A Tide Gate is the term we use to describe
an area of the coastal
water where the flow of the tide will at certain times make progress in
Usually they are associated with headlands, shallow patches and narrow
These are areas where the tidal steam is
concentrated and the speed of
becomes greater than the open water average.
Simple maths will show that someone traveling at say 4 knots in open
come to a standstill when faced with an extra 4 knots of contrary tide.
But as well as the reduction in traveling speed, that faster tide can
often create choppy seas and dangerous overfalls.
And the slower progress means that you will be in those adverse
longer, causing wear and tear on both the crew and the boat’s gear.
So, event though the Tidal Gate might not be shut, it will be prudent
until it is ‘open’.
Once the tide gate is ‘open’ the tide will be with you, progress
will be faster, safer and more comfortable and any time lost waiting
easily be made up.
Occasionally there might be local anomalies such as inside passages,
alternate routes which do not appear in the general tidal information
these can usually be found in Pilot books for those particular areas.
The prudent navigator will often fare better if he carries the tide so
waits for the turn before venturing further.
When the tide is forced around any
over shallows or where a channel is constricted, it often produces a
which can cause overfalls.
Most charts mark dangerous overfalls and tide rips with a series of
and a note describing at what state of the tide they are most dangerous.
Often the dangerous area will be in one position on the flood tide and
another on the ebb.
These areas are to be avoided unless you have specific local knowledge
experience of say, an inside passage.
The overfalls often occur as the fast tide flows over an uneven seabed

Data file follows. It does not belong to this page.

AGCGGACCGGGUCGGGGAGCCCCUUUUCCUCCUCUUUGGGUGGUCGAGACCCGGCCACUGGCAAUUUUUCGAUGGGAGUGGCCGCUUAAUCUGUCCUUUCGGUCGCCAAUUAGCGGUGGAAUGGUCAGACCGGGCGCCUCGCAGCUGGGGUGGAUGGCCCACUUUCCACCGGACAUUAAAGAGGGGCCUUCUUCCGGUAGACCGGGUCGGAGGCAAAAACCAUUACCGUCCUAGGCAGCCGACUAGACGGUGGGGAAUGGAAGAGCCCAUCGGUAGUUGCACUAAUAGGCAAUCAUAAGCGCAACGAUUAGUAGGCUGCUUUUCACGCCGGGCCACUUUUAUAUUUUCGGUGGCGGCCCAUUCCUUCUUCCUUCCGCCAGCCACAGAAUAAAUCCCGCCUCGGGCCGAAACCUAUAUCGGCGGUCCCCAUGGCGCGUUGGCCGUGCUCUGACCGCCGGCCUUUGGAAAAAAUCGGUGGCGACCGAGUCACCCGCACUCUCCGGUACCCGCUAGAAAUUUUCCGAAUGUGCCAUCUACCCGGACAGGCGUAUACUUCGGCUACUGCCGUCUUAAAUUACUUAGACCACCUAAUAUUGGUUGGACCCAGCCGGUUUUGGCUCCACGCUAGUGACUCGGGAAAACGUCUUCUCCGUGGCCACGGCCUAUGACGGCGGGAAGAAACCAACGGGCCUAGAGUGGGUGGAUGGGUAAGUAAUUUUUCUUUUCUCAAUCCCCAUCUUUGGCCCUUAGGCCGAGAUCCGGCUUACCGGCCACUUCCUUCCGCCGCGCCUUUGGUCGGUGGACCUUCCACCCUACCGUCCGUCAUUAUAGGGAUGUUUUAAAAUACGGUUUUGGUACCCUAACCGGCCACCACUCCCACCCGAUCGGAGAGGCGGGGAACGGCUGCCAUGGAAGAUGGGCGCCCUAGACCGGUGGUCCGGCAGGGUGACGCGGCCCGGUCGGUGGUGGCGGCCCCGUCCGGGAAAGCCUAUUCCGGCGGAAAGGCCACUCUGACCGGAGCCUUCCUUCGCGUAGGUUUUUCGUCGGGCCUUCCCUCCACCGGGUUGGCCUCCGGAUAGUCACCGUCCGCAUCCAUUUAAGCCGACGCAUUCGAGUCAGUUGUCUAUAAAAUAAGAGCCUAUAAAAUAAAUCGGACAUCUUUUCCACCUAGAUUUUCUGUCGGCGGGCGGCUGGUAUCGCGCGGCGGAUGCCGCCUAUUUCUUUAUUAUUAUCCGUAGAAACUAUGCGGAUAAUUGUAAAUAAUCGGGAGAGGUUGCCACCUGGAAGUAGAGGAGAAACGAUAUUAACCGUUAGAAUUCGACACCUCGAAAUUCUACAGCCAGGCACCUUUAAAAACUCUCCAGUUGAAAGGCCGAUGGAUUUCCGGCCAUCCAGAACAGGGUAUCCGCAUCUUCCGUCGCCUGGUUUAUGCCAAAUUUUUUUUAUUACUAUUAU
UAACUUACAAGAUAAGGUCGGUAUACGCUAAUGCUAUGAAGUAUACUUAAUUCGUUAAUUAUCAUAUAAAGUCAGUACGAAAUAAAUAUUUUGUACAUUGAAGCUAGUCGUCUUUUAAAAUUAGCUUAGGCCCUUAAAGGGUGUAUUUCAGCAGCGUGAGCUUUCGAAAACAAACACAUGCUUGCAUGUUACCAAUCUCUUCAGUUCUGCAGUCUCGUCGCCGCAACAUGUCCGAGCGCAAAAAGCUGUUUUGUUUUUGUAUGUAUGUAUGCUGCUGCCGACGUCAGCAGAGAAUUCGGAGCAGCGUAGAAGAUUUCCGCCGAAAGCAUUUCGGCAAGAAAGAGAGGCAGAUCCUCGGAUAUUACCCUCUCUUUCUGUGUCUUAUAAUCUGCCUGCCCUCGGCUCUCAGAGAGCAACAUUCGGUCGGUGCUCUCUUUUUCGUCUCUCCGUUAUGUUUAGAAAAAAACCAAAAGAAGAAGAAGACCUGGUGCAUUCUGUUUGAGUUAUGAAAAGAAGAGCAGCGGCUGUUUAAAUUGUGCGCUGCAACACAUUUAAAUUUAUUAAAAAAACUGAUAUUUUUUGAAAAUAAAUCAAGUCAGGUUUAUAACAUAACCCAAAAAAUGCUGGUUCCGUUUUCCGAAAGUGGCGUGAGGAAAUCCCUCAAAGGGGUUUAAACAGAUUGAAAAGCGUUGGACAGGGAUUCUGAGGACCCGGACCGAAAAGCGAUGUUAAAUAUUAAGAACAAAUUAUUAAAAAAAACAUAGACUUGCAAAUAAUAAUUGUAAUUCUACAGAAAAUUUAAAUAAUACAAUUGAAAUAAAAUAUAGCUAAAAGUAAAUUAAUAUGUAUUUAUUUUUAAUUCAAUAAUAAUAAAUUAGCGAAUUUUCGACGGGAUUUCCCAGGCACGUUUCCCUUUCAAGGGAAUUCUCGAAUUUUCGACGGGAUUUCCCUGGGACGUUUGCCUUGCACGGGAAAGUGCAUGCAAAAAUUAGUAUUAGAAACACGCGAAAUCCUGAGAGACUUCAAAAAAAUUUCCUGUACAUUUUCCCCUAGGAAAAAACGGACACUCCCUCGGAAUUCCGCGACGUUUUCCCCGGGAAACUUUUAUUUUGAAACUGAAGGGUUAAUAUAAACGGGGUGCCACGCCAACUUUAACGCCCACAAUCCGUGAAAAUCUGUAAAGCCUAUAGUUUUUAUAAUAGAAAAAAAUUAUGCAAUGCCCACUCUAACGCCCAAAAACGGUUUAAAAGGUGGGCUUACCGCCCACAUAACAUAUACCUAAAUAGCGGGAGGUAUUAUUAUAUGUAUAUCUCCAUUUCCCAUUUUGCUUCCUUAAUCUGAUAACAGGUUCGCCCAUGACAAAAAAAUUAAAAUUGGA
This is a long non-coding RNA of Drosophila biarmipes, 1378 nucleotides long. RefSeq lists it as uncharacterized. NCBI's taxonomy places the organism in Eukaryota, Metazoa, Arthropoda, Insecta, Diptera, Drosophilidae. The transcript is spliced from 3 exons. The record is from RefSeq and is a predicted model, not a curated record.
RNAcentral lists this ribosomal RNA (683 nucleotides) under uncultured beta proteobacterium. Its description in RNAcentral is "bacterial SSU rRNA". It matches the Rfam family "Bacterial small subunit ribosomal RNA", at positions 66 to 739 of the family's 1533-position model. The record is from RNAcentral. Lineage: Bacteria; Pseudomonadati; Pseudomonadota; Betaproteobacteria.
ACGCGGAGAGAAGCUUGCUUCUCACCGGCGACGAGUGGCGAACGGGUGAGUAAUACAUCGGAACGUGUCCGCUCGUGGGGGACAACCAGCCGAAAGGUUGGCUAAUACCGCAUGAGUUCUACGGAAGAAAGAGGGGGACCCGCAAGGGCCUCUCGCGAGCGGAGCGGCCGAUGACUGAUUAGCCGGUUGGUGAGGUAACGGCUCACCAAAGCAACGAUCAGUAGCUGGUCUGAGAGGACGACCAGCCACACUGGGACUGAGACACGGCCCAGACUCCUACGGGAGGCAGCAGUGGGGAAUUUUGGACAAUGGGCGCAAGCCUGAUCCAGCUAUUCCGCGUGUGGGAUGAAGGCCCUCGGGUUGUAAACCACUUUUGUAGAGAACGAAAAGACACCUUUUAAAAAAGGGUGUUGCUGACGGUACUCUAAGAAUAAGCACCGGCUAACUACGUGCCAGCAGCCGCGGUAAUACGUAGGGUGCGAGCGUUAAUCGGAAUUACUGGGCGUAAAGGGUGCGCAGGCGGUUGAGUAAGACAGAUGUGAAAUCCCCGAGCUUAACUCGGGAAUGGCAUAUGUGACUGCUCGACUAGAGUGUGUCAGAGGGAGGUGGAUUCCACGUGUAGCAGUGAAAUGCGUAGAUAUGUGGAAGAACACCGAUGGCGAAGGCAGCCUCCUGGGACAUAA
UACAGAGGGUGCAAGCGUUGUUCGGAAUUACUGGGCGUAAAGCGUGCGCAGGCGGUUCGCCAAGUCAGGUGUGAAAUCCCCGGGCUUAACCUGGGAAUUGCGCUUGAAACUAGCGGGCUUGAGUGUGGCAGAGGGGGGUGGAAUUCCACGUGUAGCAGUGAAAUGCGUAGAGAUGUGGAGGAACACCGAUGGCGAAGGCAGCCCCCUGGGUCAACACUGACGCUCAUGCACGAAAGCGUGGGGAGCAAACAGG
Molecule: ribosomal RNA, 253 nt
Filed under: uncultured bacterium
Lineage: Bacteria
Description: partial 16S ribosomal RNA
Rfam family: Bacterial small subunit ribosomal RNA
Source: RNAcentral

turbulence and upwelling down tide.
Upwelling of cold water from the bottom can also increase the
fog or mist banks.
And where a fast tide is flowing against the direction of the wind it
cause waves to become steeper and possibly start to break, creating
conditions, which effectively close the tide gate.
Very basically waves are caused
be wind blowing across the surface of the water, just as blowing across
surface of your coffee will produce ripples.
The stronger the wind, the longer it has been blowing and the longer
stretch of water (fetch) it has been acting on the larger the waves it
Where the water is also moving, with the tide or current this will
‘apparent’ wind strength across the surface.
So, if the wind and tides are going in the same direction the apparent
thus the waves will be reduced but if they are in opposite directions
the apparent wind and the waves will increase.
There are other factors such as the depth of the water which influence
shape and power of the waves.
And where the water is moving, the effect is further complicated, such
the wave itself is moving in the opposite direction to the current.
The result tends to be short, choppy waves with steep leading edges.
Not only will these be uncomfortable for the small boater but bashing
those steep wave fronts will also slow the vessels progress.
Once the tide turns the effect will be the opposite, the tide gate will
the sea will flatten and progress with the tide will be more
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